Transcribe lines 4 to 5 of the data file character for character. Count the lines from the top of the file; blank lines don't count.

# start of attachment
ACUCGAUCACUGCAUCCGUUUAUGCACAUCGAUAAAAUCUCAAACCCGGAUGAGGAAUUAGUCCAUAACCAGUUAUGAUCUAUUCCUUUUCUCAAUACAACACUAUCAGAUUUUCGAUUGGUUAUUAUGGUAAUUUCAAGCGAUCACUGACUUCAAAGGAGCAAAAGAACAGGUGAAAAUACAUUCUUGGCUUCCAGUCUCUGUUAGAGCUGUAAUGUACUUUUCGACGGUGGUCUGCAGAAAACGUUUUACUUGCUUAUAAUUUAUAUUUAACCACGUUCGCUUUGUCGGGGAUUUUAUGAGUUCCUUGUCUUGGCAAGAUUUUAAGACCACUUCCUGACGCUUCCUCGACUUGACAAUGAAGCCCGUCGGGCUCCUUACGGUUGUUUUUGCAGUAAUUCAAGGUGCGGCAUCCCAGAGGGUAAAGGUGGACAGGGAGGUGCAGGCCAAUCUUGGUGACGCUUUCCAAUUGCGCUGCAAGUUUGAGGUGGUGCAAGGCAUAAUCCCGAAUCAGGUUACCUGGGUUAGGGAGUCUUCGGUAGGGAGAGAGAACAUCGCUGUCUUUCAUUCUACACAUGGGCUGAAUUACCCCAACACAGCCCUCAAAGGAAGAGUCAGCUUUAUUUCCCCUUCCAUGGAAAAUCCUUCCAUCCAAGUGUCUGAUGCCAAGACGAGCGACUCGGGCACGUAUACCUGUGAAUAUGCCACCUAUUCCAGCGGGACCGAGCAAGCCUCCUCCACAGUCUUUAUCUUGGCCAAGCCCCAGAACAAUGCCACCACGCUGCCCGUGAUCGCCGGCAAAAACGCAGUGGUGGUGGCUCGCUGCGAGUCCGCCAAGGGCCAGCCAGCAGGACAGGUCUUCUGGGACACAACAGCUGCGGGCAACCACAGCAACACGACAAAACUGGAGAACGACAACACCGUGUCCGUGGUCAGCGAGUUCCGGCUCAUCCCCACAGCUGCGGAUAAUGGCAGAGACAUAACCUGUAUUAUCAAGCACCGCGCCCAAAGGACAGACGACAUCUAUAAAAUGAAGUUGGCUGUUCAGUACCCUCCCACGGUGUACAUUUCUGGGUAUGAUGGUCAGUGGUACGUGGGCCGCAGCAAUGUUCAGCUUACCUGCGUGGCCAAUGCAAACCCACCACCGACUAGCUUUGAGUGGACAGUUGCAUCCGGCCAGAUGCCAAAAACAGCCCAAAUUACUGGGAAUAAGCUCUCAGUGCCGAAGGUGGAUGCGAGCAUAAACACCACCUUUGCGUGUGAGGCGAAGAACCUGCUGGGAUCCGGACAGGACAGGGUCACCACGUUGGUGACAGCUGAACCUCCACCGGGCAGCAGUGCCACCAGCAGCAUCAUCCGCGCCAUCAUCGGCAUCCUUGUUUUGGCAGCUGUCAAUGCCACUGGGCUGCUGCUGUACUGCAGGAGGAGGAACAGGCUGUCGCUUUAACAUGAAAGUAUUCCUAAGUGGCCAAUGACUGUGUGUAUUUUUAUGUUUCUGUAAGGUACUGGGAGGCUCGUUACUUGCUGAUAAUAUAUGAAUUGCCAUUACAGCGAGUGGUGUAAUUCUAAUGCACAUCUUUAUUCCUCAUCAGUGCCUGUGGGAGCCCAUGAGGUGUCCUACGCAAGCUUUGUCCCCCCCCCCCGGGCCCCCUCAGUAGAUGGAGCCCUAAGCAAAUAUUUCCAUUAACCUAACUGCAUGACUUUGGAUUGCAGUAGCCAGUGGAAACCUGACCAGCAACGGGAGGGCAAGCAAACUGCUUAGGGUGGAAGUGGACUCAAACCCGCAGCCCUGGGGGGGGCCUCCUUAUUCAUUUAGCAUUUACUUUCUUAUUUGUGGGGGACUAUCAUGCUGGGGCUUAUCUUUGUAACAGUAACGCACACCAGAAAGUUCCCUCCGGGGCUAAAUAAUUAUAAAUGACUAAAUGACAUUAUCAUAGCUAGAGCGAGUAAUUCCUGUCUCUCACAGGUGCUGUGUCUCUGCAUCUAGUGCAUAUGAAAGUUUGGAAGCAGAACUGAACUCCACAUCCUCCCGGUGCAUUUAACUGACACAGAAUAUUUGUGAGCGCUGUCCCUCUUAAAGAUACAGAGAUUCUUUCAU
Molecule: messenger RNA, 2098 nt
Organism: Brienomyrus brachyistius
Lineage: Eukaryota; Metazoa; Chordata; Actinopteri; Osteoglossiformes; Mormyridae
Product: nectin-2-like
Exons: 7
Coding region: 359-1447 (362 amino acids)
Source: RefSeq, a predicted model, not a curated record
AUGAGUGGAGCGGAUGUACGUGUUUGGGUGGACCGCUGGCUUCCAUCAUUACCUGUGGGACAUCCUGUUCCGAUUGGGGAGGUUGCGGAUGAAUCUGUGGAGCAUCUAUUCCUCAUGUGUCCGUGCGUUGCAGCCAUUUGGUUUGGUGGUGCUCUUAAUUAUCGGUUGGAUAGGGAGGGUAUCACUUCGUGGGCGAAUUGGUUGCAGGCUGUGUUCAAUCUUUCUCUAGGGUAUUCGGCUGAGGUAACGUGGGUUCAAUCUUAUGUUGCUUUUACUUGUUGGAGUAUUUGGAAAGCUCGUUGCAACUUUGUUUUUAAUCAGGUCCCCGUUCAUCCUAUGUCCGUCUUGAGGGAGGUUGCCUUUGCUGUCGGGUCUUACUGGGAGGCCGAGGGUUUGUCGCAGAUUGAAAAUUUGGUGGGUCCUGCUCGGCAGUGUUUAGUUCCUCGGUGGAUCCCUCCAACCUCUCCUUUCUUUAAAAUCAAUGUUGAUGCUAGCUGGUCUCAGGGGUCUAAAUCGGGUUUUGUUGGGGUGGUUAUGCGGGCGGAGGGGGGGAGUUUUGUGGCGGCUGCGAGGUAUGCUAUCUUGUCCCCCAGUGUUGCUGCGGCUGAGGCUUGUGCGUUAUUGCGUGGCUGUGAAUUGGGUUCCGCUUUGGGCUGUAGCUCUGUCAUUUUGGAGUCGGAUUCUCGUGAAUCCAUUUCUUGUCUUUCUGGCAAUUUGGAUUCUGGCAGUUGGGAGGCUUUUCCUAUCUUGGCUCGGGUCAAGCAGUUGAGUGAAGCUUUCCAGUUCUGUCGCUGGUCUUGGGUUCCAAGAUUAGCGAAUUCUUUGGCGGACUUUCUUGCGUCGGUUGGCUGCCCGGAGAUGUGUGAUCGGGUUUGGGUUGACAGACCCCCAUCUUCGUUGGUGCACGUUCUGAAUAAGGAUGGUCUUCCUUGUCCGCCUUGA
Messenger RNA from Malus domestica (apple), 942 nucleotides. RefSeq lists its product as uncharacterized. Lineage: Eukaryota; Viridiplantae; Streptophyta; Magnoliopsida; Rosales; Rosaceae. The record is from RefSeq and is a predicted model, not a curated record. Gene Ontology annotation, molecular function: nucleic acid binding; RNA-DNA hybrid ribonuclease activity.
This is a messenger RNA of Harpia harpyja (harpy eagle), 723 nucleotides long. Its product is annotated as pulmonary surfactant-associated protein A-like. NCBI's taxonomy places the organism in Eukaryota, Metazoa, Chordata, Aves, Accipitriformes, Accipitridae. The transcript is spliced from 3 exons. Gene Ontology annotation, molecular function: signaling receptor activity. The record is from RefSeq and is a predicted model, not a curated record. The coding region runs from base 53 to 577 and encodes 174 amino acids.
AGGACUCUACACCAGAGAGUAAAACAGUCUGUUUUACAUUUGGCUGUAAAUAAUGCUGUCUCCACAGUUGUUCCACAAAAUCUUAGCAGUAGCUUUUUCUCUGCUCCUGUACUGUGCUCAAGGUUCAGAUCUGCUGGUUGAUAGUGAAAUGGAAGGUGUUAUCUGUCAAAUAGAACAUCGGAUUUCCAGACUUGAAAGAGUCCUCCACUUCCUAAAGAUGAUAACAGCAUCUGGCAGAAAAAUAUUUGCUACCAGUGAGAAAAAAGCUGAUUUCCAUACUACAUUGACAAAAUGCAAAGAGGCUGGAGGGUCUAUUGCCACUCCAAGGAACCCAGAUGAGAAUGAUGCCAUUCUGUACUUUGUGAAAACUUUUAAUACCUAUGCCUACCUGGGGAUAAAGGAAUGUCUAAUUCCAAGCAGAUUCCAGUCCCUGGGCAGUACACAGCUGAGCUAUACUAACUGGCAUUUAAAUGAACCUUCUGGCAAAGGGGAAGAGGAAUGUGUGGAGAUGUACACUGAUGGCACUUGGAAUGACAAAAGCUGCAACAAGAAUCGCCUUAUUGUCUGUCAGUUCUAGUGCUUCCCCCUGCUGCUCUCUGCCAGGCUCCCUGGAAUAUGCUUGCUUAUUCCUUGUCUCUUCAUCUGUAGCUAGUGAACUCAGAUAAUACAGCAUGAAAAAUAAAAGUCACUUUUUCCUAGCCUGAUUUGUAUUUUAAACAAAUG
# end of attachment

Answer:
Lineage: Eukaryota; Metazoa; Chordata; Actinopteri; Osteoglossiformes; Mormyridae
Product: nectin-2-like